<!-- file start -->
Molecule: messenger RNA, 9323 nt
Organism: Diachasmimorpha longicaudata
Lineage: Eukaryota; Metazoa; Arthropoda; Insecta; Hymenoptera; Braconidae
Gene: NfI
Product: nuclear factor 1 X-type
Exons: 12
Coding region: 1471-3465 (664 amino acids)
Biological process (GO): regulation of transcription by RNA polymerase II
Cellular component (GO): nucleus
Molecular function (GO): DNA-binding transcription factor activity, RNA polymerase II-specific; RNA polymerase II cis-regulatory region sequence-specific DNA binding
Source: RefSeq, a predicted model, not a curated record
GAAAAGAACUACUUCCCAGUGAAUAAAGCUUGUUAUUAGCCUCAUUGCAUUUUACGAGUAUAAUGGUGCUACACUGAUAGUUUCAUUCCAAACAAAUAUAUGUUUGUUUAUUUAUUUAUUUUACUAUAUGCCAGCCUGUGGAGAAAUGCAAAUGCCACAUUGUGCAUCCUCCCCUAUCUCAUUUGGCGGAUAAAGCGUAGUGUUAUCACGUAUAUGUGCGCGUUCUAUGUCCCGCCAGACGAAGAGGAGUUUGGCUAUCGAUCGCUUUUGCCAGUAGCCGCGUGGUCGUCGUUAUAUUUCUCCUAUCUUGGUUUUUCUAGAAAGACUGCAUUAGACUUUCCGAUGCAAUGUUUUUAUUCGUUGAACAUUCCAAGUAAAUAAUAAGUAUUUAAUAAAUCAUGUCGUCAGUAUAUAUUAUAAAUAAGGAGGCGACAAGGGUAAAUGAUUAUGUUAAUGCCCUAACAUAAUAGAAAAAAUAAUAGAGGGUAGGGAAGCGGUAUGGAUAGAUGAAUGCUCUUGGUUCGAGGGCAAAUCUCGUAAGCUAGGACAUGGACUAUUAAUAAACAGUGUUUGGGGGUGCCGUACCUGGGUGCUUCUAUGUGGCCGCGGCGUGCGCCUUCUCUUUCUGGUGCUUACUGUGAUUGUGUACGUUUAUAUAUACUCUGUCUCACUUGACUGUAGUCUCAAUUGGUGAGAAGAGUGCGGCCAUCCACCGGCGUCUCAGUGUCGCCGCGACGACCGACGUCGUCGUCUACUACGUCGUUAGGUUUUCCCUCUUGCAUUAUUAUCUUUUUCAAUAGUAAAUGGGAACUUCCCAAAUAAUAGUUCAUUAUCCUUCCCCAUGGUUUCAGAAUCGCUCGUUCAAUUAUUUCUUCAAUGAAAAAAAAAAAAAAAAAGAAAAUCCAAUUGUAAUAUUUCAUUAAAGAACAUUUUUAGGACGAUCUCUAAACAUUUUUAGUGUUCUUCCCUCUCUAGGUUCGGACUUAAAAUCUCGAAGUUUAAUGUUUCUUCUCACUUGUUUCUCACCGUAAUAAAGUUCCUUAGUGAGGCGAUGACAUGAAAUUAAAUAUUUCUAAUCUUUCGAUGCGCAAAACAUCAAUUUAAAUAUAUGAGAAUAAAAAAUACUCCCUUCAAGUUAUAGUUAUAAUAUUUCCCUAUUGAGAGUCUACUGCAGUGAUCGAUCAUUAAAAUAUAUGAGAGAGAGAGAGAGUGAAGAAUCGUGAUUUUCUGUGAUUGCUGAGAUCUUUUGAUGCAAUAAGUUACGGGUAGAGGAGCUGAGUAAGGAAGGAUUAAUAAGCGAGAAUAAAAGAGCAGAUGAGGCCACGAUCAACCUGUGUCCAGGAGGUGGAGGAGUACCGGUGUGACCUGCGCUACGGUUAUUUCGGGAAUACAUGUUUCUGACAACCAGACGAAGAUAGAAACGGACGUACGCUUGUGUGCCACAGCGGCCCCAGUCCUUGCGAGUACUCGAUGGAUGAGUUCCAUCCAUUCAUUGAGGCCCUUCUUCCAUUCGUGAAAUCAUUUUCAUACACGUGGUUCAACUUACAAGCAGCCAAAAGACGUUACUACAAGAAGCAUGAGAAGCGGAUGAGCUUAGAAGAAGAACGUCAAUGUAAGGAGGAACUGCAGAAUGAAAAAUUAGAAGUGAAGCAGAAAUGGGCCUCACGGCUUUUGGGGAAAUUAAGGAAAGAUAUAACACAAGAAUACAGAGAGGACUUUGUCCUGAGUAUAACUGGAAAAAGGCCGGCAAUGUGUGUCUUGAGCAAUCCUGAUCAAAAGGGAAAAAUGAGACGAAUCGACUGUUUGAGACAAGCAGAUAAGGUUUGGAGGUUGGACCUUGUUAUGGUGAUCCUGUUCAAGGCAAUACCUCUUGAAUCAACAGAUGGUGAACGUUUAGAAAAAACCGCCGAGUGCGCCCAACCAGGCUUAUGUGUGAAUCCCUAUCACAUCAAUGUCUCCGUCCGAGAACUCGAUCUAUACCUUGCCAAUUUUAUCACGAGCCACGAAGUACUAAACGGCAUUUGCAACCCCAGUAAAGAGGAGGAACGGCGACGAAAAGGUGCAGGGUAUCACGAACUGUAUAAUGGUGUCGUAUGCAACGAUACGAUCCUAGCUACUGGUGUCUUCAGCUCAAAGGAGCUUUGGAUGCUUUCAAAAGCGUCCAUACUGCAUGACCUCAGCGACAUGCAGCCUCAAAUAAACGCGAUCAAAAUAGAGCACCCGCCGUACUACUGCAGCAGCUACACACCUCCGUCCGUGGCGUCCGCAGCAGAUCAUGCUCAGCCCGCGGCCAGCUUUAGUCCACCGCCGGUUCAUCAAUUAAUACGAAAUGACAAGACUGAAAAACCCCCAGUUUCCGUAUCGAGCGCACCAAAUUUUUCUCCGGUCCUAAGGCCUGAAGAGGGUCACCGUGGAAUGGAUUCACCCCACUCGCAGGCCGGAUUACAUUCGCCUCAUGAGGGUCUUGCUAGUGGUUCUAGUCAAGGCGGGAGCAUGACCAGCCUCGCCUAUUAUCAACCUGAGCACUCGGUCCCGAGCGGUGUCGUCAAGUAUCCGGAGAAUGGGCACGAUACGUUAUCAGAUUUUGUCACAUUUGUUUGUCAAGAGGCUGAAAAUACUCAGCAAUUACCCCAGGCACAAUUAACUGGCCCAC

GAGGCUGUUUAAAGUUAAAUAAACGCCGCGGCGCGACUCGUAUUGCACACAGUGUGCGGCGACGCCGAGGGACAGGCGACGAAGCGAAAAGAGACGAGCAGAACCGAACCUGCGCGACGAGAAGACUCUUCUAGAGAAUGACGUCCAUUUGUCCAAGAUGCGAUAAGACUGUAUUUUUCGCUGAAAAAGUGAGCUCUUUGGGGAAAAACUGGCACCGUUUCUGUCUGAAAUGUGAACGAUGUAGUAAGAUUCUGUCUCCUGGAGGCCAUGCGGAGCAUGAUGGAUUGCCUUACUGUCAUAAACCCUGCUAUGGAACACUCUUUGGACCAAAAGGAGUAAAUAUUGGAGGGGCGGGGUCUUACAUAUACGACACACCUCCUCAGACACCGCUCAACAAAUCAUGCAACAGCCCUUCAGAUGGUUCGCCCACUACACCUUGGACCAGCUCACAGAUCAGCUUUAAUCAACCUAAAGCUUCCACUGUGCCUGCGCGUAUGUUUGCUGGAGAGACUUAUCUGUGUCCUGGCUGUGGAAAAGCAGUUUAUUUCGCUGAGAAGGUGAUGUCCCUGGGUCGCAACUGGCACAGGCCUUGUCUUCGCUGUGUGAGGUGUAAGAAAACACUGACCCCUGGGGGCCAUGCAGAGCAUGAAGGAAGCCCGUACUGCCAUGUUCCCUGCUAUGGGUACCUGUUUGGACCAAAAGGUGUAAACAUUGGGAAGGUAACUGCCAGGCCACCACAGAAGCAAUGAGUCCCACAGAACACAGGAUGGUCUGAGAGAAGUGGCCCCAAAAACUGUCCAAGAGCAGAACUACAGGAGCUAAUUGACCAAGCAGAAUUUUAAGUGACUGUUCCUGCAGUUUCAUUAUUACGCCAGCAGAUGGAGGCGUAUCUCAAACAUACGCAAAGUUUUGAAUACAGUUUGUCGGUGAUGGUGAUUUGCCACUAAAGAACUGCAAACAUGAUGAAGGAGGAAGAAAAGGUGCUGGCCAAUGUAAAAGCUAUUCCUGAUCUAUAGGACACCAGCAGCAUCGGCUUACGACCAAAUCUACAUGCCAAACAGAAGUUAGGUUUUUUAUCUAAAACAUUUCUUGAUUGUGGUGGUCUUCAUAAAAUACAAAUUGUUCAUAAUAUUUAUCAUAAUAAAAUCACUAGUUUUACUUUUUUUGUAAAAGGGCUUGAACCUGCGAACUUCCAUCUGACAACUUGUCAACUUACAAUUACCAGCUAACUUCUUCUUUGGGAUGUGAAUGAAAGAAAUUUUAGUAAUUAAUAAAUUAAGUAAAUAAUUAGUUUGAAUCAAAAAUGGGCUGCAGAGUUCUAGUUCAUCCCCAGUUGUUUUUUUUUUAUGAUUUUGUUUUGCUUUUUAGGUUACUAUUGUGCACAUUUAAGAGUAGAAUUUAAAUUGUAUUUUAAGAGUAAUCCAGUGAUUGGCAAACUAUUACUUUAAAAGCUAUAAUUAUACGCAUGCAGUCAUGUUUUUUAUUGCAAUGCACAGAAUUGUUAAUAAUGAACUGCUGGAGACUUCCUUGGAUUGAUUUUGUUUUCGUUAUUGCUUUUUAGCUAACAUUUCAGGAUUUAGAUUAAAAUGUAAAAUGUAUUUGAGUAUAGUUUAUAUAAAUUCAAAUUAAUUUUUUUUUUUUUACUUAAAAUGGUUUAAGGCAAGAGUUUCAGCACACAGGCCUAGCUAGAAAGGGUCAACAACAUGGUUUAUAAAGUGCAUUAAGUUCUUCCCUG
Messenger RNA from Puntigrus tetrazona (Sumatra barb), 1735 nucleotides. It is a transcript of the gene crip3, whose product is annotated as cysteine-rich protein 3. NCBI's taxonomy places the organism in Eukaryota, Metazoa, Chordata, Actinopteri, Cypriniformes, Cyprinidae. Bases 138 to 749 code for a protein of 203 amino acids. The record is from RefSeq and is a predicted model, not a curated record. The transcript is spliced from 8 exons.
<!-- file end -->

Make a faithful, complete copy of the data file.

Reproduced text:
Molecule: messenger RNA, 9323 nt
Organism: Diachasmimorpha longicaudata
Lineage: Eukaryota; Metazoa; Arthropoda; Insecta; Hymenoptera; Braconidae
Gene: NfI
Product: nuclear factor 1 X-type
Exons: 12
Coding region: 1471-3465 (664 amino acids)
Biological process (GO): regulation of transcription by RNA polymerase II
Cellular component (GO): nucleus
Molecular function (GO): DNA-binding transcription factor activity, RNA polymerase II-specific; RNA polymerase II cis-regulatory region sequence-specific DNA binding
Source: RefSeq, a predicted model, not a curated record
GAAAAGAACUACUUCCCAGUGAAUAAAGCUUGUUAUUAGCCUCAUUGCAUUUUACGAGUAUAAUGGUGCUACACUGAUAGUUUCAUUCCAAACAAAUAUAUGUUUGUUUAUUUAUUUAUUUUACUAUAUGCCAGCCUGUGGAGAAAUGCAAAUGCCACAUUGUGCAUCCUCCCCUAUCUCAUUUGGCGGAUAAAGCGUAGUGUUAUCACGUAUAUGUGCGCGUUCUAUGUCCCGCCAGACGAAGAGGAGUUUGGCUAUCGAUCGCUUUUGCCAGUAGCCGCGUGGUCGUCGUUAUAUUUCUCCUAUCUUGGUUUUUCUAGAAAGACUGCAUUAGACUUUCCGAUGCAAUGUUUUUAUUCGUUGAACAUUCCAAGUAAAUAAUAAGUAUUUAAUAAAUCAUGUCGUCAGUAUAUAUUAUAAAUAAGGAGGCGACAAGGGUAAAUGAUUAUGUUAAUGCCCUAACAUAAUAGAAAAAAUAAUAGAGGGUAGGGAAGCGGUAUGGAUAGAUGAAUGCUCUUGGUUCGAGGGCAAAUCUCGUAAGCUAGGACAUGGACUAUUAAUAAACAGUGUUUGGGGGUGCCGUACCUGGGUGCUUCUAUGUGGCCGCGGCGUGCGCCUUCUCUUUCUGGUGCUUACUGUGAUUGUGUACGUUUAUAUAUACUCUGUCUCACUUGACUGUAGUCUCAAUUGGUGAGAAGAGUGCGGCCAUCCACCGGCGUCUCAGUGUCGCCGCGACGACCGACGUCGUCGUCUACUACGUCGUUAGGUUUUCCCUCUUGCAUUAUUAUCUUUUUCAAUAGUAAAUGGGAACUUCCCAAAUAAUAGUUCAUUAUCCUUCCCCAUGGUUUCAGAAUCGCUCGUUCAAUUAUUUCUUCAAUGAAAAAAAAAAAAAAAAAGAAAAUCCAAUUGUAAUAUUUCAUUAAAGAACAUUUUUAGGACGAUCUCUAAACAUUUUUAGUGUUCUUCCCUCUCUAGGUUCGGACUUAAAAUCUCGAAGUUUAAUGUUUCUUCUCACUUGUUUCUCACCGUAAUAAAGUUCCUUAGUGAGGCGAUGACAUGAAAUUAAAUAUUUCUAAUCUUUCGAUGCGCAAAACAUCAAUUUAAAUAUAUGAGAAUAAAAAAUACUCCCUUCAAGUUAUAGUUAUAAUAUUUCCCUAUUGAGAGUCUACUGCAGUGAUCGAUCAUUAAAAUAUAUGAGAGAGAGAGAGAGUGAAGAAUCGUGAUUUUCUGUGAUUGCUGAGAUCUUUUGAUGCAAUAAGUUACGGGUAGAGGAGCUGAGUAAGGAAGGAUUAAUAAGCGAGAAUAAAAGAGCAGAUGAGGCCACGAUCAACCUGUGUCCAGGAGGUGGAGGAGUACCGGUGUGACCUGCGCUACGGUUAUUUCGGGAAUACAUGUUUCUGACAACCAGACGAAGAUAGAAACGGACGUACGCUUGUGUGCCACAGCGGCCCCAGUCCUUGCGAGUACUCGAUGGAUGAGUUCCAUCCAUUCAUUGAGGCCCUUCUUCCAUUCGUGAAAUCAUUUUCAUACACGUGGUUCAACUUACAAGCAGCCAAAAGACGUUACUACAAGAAGCAUGAGAAGCGGAUGAGCUUAGAAGAAGAACGUCAAUGUAAGGAGGAACUGCAGAAUGAAAAAUUAGAAGUGAAGCAGAAAUGGGCCUCACGGCUUUUGGGGAAAUUAAGGAAAGAUAUAACACAAGAAUACAGAGAGGACUUUGUCCUGAGUAUAACUGGAAAAAGGCCGGCAAUGUGUGUCUUGAGCAAUCCUGAUCAAAAGGGAAAAAUGAGACGAAUCGACUGUUUGAGACAAGCAGAUAAGGUUUGGAGGUUGGACCUUGUUAUGGUGAUCCUGUUCAAGGCAAUACCUCUUGAAUCAACAGAUGGUGAACGUUUAGAAAAAACCGCCGAGUGCGCCCAACCAGGCUUAUGUGUGAAUCCCUAUCACAUCAAUGUCUCCGUCCGAGAACUCGAUCUAUACCUUGCCAAUUUUAUCACGAGCCACGAAGUACUAAACGGCAUUUGCAACCCCAGUAAAGAGGAGGAACGGCGACGAAAAGGUGCAGGGUAUCACGAACUGUAUAAUGGUGUCGUAUGCAACGAUACGAUCCUAGCUACUGGUGUCUUCAGCUCAAAGGAGCUUUGGAUGCUUUCAAAAGCGUCCAUACUGCAUGACCUCAGCGACAUGCAGCCUCAAAUAAACGCGAUCAAAAUAGAGCACCCGCCGUACUACUGCAGCAGCUACACACCUCCGUCCGUGGCGUCCGCAGCAGAUCAUGCUCAGCCCGCGGCCAGCUUUAGUCCACCGCCGGUUCAUCAAUUAAUACGAAAUGACAAGACUGAAAAACCCCCAGUUUCCGUAUCGAGCGCACCAAAUUUUUCUCCGGUCCUAAGGCCUGAAGAGGGUCACCGUGGAAUGGAUUCACCCCACUCGCAGGCCGGAUUACAUUCGCCUCAUGAGGGUCUUGCUAGUGGUUCUAGUCAAGGCGGGAGCAUGACCAGCCUCGCCUAUUAUCAACCUGAGCACUCGGUCCCGAGCGGUGUCGUCAAGUAUCCGGAGAAUGGGCACGAUACGUUAUCAGAUUUUGUCACAUUUGUUUGUCAAGAGGCUGAAAAUACUCAGCAAUUACCCCAGGCACAAUUAACUGGCCCAC

GAGGCUGUUUAAAGUUAAAUAAACGCCGCGGCGCGACUCGUAUUGCACACAGUGUGCGGCGACGCCGAGGGACAGGCGACGAAGCGAAAAGAGACGAGCAGAACCGAACCUGCGCGACGAGAAGACUCUUCUAGAGAAUGACGUCCAUUUGUCCAAGAUGCGAUAAGACUGUAUUUUUCGCUGAAAAAGUGAGCUCUUUGGGGAAAAACUGGCACCGUUUCUGUCUGAAAUGUGAACGAUGUAGUAAGAUUCUGUCUCCUGGAGGCCAUGCGGAGCAUGAUGGAUUGCCUUACUGUCAUAAACCCUGCUAUGGAACACUCUUUGGACCAAAAGGAGUAAAUAUUGGAGGGGCGGGGUCUUACAUAUACGACACACCUCCUCAGACACCGCUCAACAAAUCAUGCAACAGCCCUUCAGAUGGUUCGCCCACUACACCUUGGACCAGCUCACAGAUCAGCUUUAAUCAACCUAAAGCUUCCACUGUGCCUGCGCGUAUGUUUGCUGGAGAGACUUAUCUGUGUCCUGGCUGUGGAAAAGCAGUUUAUUUCGCUGAGAAGGUGAUGUCCCUGGGUCGCAACUGGCACAGGCCUUGUCUUCGCUGUGUGAGGUGUAAGAAAACACUGACCCCUGGGGGCCAUGCAGAGCAUGAAGGAAGCCCGUACUGCCAUGUUCCCUGCUAUGGGUACCUGUUUGGACCAAAAGGUGUAAACAUUGGGAAGGUAACUGCCAGGCCACCACAGAAGCAAUGAGUCCCACAGAACACAGGAUGGUCUGAGAGAAGUGGCCCCAAAAACUGUCCAAGAGCAGAACUACAGGAGCUAAUUGACCAAGCAGAAUUUUAAGUGACUGUUCCUGCAGUUUCAUUAUUACGCCAGCAGAUGGAGGCGUAUCUCAAACAUACGCAAAGUUUUGAAUACAGUUUGUCGGUGAUGGUGAUUUGCCACUAAAGAACUGCAAACAUGAUGAAGGAGGAAGAAAAGGUGCUGGCCAAUGUAAAAGCUAUUCCUGAUCUAUAGGACACCAGCAGCAUCGGCUUACGACCAAAUCUACAUGCCAAACAGAAGUUAGGUUUUUUAUCUAAAACAUUUCUUGAUUGUGGUGGUCUUCAUAAAAUACAAAUUGUUCAUAAUAUUUAUCAUAAUAAAAUCACUAGUUUUACUUUUUUUGUAAAAGGGCUUGAACCUGCGAACUUCCAUCUGACAACUUGUCAACUUACAAUUACCAGCUAACUUCUUCUUUGGGAUGUGAAUGAAAGAAAUUUUAGUAAUUAAUAAAUUAAGUAAAUAAUUAGUUUGAAUCAAAAAUGGGCUGCAGAGUUCUAGUUCAUCCCCAGUUGUUUUUUUUUUAUGAUUUUGUUUUGCUUUUUAGGUUACUAUUGUGCACAUUUAAGAGUAGAAUUUAAAUUGUAUUUUAAGAGUAAUCCAGUGAUUGGCAAACUAUUACUUUAAAAGCUAUAAUUAUACGCAUGCAGUCAUGUUUUUUAUUGCAAUGCACAGAAUUGUUAAUAAUGAACUGCUGGAGACUUCCUUGGAUUGAUUUUGUUUUCGUUAUUGCUUUUUAGCUAACAUUUCAGGAUUUAGAUUAAAAUGUAAAAUGUAUUUGAGUAUAGUUUAUAUAAAUUCAAAUUAAUUUUUUUUUUUUUACUUAAAAUGGUUUAAGGCAAGAGUUUCAGCACACAGGCCUAGCUAGAAAGGGUCAACAACAUGGUUUAUAAAGUGCAUUAAGUUCUUCCCUG
Messenger RNA from Puntigrus tetrazona (Sumatra barb), 1735 nucleotides. It is a transcript of the gene crip3, whose product is annotated as cysteine-rich protein 3. NCBI's taxonomy places the organism in Eukaryota, Metazoa, Chordata, Actinopteri, Cypriniformes, Cyprinidae. Bases 138 to 749 code for a protein of 203 amino acids. The record is from RefSeq and is a predicted model, not a curated record. The transcript is spliced from 8 exons.